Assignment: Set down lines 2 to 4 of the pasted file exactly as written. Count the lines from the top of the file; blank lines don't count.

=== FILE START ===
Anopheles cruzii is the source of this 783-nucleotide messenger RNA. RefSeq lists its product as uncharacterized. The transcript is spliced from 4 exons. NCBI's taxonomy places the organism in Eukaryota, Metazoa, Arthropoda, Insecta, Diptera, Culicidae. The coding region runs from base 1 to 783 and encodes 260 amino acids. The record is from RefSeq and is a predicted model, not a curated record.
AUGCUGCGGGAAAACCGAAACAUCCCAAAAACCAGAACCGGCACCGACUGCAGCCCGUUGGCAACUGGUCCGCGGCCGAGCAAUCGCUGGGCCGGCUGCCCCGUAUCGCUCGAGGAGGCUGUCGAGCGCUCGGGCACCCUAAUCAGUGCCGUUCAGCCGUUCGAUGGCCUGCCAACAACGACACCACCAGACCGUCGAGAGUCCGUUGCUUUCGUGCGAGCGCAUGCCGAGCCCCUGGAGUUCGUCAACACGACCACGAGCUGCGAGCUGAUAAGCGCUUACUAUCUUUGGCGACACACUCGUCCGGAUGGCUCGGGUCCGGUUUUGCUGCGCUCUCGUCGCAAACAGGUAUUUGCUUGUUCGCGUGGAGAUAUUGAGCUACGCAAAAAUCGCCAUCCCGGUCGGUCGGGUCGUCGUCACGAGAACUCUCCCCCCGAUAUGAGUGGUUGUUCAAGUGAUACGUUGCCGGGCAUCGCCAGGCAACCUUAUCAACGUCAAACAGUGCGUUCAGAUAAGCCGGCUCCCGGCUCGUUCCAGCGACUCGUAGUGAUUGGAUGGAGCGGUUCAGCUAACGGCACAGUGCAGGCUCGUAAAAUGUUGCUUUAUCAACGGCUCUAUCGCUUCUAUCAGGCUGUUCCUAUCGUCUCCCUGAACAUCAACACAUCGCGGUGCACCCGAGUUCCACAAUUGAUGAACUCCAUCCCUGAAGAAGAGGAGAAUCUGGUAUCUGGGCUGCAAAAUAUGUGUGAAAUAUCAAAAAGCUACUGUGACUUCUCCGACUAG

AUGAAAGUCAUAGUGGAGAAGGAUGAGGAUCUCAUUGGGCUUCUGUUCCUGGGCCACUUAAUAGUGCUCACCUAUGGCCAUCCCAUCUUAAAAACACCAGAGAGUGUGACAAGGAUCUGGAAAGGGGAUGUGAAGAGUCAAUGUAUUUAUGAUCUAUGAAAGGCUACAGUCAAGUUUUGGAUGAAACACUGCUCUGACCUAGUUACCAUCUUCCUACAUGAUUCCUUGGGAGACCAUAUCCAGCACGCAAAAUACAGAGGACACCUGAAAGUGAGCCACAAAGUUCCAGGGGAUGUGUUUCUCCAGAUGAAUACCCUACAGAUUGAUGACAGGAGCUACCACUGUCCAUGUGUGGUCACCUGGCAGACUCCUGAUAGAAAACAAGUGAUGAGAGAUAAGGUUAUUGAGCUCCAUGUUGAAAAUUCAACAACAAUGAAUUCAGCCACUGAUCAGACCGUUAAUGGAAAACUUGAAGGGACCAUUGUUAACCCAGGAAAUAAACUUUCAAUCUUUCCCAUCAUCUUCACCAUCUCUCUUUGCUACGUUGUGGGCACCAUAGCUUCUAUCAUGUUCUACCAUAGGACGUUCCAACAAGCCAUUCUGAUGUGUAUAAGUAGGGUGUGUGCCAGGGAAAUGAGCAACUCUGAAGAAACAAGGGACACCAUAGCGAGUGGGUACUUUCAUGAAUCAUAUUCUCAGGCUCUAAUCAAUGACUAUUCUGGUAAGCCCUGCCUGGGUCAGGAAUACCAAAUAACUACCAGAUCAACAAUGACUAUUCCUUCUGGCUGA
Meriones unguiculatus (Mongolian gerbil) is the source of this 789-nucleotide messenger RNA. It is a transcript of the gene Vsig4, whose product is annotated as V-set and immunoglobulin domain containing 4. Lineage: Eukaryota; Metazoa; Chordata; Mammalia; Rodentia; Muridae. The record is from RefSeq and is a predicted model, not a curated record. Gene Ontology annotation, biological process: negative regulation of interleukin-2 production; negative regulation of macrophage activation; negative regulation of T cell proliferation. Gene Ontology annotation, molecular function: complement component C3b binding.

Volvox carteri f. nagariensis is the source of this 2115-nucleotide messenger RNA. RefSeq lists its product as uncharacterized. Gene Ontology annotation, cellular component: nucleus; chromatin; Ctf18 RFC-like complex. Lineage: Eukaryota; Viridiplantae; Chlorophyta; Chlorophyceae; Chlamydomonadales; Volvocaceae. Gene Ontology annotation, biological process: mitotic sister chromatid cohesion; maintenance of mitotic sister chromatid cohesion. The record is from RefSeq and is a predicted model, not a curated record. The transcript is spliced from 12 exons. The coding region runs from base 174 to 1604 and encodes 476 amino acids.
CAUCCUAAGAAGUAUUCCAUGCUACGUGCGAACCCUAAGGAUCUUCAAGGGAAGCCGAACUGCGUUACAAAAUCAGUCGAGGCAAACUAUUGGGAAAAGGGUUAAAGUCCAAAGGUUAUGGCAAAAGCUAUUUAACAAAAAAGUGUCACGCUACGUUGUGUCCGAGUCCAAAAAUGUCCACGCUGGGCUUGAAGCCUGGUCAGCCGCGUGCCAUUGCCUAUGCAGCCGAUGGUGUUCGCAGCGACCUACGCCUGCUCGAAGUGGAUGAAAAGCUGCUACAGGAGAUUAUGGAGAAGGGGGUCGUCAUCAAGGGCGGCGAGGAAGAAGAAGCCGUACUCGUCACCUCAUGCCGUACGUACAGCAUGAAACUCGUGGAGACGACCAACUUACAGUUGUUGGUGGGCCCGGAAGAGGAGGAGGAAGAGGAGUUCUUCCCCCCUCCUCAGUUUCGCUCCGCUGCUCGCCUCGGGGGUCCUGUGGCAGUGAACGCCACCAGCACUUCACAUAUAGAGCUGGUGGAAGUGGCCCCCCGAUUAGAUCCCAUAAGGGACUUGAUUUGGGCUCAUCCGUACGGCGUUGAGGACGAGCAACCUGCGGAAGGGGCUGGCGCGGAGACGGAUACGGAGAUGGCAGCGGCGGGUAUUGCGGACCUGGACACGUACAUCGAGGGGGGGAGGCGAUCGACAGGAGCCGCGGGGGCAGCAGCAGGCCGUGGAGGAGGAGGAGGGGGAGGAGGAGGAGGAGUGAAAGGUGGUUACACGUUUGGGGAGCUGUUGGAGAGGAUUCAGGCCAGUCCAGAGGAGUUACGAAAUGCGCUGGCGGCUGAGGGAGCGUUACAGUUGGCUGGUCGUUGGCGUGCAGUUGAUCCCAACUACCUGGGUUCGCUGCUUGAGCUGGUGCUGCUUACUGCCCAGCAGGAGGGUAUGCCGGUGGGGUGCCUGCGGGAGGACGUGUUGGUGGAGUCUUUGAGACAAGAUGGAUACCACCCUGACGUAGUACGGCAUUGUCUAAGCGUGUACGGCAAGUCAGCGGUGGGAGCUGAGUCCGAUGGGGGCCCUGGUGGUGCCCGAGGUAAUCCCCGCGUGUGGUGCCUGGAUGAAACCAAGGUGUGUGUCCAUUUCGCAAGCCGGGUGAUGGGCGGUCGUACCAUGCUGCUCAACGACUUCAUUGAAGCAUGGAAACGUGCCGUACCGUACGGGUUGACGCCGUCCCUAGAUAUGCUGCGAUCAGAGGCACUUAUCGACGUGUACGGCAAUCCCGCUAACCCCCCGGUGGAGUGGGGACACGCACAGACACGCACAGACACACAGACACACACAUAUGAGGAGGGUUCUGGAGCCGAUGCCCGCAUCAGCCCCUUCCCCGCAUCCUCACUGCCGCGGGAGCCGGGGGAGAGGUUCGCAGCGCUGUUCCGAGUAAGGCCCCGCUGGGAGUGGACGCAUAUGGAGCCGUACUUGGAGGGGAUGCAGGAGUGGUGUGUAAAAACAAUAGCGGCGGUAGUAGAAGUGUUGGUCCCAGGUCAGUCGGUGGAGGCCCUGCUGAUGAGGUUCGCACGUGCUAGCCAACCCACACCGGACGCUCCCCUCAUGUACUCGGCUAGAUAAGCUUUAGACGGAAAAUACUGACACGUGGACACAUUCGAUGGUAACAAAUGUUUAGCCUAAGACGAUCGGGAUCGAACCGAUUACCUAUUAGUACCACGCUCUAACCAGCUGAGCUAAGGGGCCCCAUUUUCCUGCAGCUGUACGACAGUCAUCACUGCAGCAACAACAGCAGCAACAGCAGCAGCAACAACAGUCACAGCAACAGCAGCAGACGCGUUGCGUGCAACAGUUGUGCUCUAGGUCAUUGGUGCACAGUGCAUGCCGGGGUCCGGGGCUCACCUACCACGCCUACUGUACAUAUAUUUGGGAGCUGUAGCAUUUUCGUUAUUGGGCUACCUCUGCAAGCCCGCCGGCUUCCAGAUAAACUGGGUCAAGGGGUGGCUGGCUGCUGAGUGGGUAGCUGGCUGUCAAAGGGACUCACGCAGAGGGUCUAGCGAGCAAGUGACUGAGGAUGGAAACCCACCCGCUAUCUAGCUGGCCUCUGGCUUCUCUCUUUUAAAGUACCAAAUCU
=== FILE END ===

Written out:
AUGCUGCGGGAAAACCGAAACAUCCCAAAAACCAGAACCGGCACCGACUGCAGCCCGUUGGCAACUGGUCCGCGGCCGAGCAAUCGCUGGGCCGGCUGCCCCGUAUCGCUCGAGGAGGCUGUCGAGCGCUCGGGCACCCUAAUCAGUGCCGUUCAGCCGUUCGAUGGCCUGCCAACAACGACACCACCAGACCGUCGAGAGUCCGUUGCUUUCGUGCGAGCGCAUGCCGAGCCCCUGGAGUUCGUCAACACGACCACGAGCUGCGAGCUGAUAAGCGCUUACUAUCUUUGGCGACACACUCGUCCGGAUGGCUCGGGUCCGGUUUUGCUGCGCUCUCGUCGCAAACAGGUAUUUGCUUGUUCGCGUGGAGAUAUUGAGCUACGCAAAAAUCGCCAUCCCGGUCGGUCGGGUCGUCGUCACGAGAACUCUCCCCCCGAUAUGAGUGGUUGUUCAAGUGAUACGUUGCCGGGCAUCGCCAGGCAACCUUAUCAACGUCAAACAGUGCGUUCAGAUAAGCCGGCUCCCGGCUCGUUCCAGCGACUCGUAGUGAUUGGAUGGAGCGGUUCAGCUAACGGCACAGUGCAGGCUCGUAAAAUGUUGCUUUAUCAACGGCUCUAUCGCUUCUAUCAGGCUGUUCCUAUCGUCUCCCUGAACAUCAACACAUCGCGGUGCACCCGAGUUCCACAAUUGAUGAACUCCAUCCCUGAAGAAGAGGAGAAUCUGGUAUCUGGGCUGCAAAAUAUGUGUGAAAUAUCAAAAAGCUACUGUGACUUCUCCGACUAG

AUGAAAGUCAUAGUGGAGAAGGAUGAGGAUCUCAUUGGGCUUCUGUUCCUGGGCCACUUAAUAGUGCUCACCUAUGGCCAUCCCAUCUUAAAAACACCAGAGAGUGUGACAAGGAUCUGGAAAGGGGAUGUGAAGAGUCAAUGUAUUUAUGAUCUAUGAAAGGCUACAGUCAAGUUUUGGAUGAAACACUGCUCUGACCUAGUUACCAUCUUCCUACAUGAUUCCUUGGGAGACCAUAUCCAGCACGCAAAAUACAGAGGACACCUGAAAGUGAGCCACAAAGUUCCAGGGGAUGUGUUUCUCCAGAUGAAUACCCUACAGAUUGAUGACAGGAGCUACCACUGUCCAUGUGUGGUCACCUGGCAGACUCCUGAUAGAAAACAAGUGAUGAGAGAUAAGGUUAUUGAGCUCCAUGUUGAAAAUUCAACAACAAUGAAUUCAGCCACUGAUCAGACCGUUAAUGGAAAACUUGAAGGGACCAUUGUUAACCCAGGAAAUAAACUUUCAAUCUUUCCCAUCAUCUUCACCAUCUCUCUUUGCUACGUUGUGGGCACCAUAGCUUCUAUCAUGUUCUACCAUAGGACGUUCCAACAAGCCAUUCUGAUGUGUAUAAGUAGGGUGUGUGCCAGGGAAAUGAGCAACUCUGAAGAAACAAGGGACACCAUAGCGAGUGGGUACUUUCAUGAAUCAUAUUCUCAGGCUCUAAUCAAUGACUAUUCUGGUAAGCCCUGCCUGGGUCAGGAAUACCAAAUAACUACCAGAUCAACAAUGACUAUUCCUUCUGGCUGA
Meriones unguiculatus (Mongolian gerbil) is the source of this 789-nucleotide messenger RNA. It is a transcript of the gene Vsig4, whose product is annotated as V-set and immunoglobulin domain containing 4. Lineage: Eukaryota; Metazoa; Chordata; Mammalia; Rodentia; Muridae. The record is from RefSeq and is a predicted model, not a curated record. Gene Ontology annotation, biological process: negative regulation of interleukin-2 production; negative regulation of macrophage activation; negative regulation of T cell proliferation. Gene Ontology annotation, molecular function: complement component C3b binding.